Cowboy Jeff Larabee returns from the east and meets Doris Halloway, a young girl, that he regards as a vagabond, till he learns that she's the owner of the farm where he works. He tries to ... See full summary »
A woman secretly suffering from kleptomania is hypnotized in an effort to cure her condition. Soon afterwards, she is found at the scene of a murder with no memory of how she got there and seemingly no way to prove her innocence.
Three shifty sailors commandeer a smallpox-ridden boat and set out to sea. A typhoon washes them ashore on a faraway Pacific island, which is ruled by a white religious fanatic (Lloyd Nolan) who has set himself up as the local god.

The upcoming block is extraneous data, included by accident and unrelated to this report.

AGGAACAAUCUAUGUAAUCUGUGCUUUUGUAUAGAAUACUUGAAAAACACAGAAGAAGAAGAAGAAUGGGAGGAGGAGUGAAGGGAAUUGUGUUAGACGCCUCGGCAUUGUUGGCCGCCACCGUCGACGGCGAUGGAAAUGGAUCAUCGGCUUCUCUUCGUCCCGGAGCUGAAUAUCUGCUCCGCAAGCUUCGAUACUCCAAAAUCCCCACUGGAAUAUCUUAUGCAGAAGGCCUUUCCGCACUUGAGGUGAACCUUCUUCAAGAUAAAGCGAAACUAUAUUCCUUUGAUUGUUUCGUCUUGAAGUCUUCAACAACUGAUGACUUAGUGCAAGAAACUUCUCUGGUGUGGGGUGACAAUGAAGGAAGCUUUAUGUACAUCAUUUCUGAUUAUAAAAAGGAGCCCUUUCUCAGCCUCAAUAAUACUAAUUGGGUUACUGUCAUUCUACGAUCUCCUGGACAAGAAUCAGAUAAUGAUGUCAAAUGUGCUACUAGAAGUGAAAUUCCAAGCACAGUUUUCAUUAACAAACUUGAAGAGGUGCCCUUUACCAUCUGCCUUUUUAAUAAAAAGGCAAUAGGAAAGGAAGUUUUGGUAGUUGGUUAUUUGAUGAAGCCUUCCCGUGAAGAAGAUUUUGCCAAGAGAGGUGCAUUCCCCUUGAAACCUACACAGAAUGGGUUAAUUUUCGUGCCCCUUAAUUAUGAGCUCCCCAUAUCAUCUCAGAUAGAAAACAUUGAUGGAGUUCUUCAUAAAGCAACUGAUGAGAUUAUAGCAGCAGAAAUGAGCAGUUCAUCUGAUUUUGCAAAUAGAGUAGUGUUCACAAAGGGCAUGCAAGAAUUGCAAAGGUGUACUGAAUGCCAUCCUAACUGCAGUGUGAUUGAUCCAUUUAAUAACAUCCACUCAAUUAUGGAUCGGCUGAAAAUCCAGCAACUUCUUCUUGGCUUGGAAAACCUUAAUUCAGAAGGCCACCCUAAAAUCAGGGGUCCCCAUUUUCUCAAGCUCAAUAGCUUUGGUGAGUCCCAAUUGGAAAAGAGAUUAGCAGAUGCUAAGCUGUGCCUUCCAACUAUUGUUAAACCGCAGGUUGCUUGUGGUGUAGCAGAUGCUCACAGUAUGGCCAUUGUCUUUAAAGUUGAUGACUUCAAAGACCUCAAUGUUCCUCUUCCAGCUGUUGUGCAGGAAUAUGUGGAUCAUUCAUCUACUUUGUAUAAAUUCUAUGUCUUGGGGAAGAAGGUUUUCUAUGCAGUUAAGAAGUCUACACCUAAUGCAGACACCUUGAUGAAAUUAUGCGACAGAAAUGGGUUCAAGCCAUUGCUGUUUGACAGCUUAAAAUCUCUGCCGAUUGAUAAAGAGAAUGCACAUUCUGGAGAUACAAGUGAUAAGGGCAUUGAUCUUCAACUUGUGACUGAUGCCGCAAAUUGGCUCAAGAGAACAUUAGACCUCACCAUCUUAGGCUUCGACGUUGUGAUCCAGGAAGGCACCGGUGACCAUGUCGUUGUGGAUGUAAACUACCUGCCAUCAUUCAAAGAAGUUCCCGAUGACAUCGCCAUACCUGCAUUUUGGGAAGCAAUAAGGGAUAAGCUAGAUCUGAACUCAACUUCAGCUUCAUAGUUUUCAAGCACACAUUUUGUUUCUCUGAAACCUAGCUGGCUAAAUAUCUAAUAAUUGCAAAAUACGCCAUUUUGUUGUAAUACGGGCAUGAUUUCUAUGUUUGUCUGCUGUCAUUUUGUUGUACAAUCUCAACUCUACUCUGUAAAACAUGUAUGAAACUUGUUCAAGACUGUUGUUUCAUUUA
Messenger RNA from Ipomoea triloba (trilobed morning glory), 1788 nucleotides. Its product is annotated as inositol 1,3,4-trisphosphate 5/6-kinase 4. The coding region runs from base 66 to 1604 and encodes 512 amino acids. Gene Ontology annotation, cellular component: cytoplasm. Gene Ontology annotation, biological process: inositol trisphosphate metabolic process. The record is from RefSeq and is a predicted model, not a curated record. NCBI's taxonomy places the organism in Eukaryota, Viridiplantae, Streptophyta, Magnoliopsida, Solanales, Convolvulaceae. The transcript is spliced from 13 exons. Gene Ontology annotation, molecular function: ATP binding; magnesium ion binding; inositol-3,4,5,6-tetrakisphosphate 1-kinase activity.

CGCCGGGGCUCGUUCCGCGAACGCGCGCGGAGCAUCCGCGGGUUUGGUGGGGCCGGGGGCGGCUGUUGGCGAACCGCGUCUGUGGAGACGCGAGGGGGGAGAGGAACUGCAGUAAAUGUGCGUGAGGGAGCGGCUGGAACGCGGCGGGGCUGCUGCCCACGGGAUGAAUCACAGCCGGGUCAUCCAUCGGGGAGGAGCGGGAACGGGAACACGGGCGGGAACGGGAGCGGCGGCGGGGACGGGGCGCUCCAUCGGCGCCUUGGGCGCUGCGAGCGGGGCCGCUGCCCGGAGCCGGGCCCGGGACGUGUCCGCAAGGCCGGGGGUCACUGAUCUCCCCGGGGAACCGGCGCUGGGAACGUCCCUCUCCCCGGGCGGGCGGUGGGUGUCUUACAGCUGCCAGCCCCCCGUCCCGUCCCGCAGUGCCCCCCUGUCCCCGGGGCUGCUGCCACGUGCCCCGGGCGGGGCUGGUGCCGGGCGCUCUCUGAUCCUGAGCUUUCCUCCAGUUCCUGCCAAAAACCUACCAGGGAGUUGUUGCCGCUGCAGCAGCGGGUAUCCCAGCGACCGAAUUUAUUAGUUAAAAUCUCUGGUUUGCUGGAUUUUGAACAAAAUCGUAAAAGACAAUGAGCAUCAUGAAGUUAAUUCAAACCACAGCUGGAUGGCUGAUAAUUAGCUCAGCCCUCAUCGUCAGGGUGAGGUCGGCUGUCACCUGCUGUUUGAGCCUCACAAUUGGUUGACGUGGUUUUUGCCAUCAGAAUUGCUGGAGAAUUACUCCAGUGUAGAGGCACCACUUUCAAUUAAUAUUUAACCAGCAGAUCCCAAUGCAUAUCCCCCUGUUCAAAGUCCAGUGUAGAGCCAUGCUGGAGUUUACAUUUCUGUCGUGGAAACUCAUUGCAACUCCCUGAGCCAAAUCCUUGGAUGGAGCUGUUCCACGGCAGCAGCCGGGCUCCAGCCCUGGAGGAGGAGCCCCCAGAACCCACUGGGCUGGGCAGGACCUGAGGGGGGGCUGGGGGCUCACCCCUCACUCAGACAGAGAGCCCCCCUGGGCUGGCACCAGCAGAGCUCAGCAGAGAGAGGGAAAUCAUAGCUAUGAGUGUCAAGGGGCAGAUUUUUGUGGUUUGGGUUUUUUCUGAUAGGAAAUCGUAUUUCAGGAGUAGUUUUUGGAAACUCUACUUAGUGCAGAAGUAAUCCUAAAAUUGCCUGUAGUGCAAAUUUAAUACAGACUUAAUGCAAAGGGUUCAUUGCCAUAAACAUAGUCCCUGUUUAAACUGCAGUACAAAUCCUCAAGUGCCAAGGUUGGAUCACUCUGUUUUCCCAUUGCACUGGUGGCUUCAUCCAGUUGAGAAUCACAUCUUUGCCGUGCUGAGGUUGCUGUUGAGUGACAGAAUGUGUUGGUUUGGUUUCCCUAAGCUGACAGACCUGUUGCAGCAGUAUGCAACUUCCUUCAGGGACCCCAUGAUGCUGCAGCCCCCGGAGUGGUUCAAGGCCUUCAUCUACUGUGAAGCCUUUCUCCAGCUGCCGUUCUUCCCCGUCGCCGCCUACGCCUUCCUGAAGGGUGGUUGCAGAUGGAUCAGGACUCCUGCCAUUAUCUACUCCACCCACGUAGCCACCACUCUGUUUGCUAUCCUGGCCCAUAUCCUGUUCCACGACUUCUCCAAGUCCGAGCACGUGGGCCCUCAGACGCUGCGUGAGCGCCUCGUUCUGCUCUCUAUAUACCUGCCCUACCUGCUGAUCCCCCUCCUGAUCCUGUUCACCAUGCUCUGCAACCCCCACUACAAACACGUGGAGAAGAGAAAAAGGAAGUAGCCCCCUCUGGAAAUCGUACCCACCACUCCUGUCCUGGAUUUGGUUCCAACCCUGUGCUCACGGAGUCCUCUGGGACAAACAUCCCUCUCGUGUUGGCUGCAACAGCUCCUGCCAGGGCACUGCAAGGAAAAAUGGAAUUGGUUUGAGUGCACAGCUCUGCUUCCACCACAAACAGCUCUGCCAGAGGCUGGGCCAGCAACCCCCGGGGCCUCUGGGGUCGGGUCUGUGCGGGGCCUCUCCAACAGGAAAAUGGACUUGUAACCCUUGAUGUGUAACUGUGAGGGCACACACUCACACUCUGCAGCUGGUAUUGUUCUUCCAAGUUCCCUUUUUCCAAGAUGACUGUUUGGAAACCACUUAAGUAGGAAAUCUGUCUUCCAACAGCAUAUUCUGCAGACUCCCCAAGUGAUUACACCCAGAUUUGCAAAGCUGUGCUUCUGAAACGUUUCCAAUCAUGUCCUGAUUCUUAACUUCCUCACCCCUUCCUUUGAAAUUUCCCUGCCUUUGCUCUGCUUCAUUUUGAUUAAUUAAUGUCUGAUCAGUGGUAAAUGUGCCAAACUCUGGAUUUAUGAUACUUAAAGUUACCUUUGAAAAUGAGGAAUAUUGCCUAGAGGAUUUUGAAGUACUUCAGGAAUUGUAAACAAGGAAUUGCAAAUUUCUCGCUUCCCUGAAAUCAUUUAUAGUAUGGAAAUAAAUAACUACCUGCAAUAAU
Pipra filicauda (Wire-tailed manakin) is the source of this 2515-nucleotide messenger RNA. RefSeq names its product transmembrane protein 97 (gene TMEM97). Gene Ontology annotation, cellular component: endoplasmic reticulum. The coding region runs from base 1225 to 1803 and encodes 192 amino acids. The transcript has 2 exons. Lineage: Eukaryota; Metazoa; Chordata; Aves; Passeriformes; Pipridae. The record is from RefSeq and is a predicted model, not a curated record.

1943's "I Escaped from the Gestapo" was also issued under the more accurate title "No Escape," as the audience is left to feel just as trapped as Torgut Lane (Dean Jagger), confined in a small, windowless room in the back of a Los Angeles arcade run by Nazi agent Martin (John Carradine). This being a typical Poverty Row production from Monogram, we get a montage of stock footage depicting Lane's well-orchestrated prison break, so that he can use his counterfeiting skills forging bonds and passports on behalf of the Third Reich. Jagger never seems to be too worried about his predicament, and Carradine pretty much gives the same kind of detached performance he usually gave at Monogram ("Revenge of the Zombies," "Return of the Ape Man," "Voodoo Man," "Alaska," "The Face of Marble"). Carradine even lets loose with a mighty yawn in front of Jagger, and neither actor flinched (much). Among the stellar supporting cast we have, in one of her last roles, Mary Brian, best remembered as W. C. Fields' daughter in "Running Wild," "Two Flaming Youths," and "Man on the Flying Trapeze"; Sidney Blackmer and Ian Keith, very adept at playing villains (Carradine even named one of his sons after Keith); Spanky McFarland, at 14 not much taller than one would expect; and one single shot of Frances Farmer, originally cast in the Mary Brian role, who only returned to Hollywood in 1958. John Carradine and Dean Jagger saw a great deal of each other over a span of 32 years: "Brigham Young" (from 1940), "Western Union," "Alaska," "C-Man," "The Proud Rebel," and a memorable confrontation between Carradine's blind preacher and Jagger's bigoted stonemason, Caine's grandfather, in KUNG FU's "Dark Angel" (from 1972).
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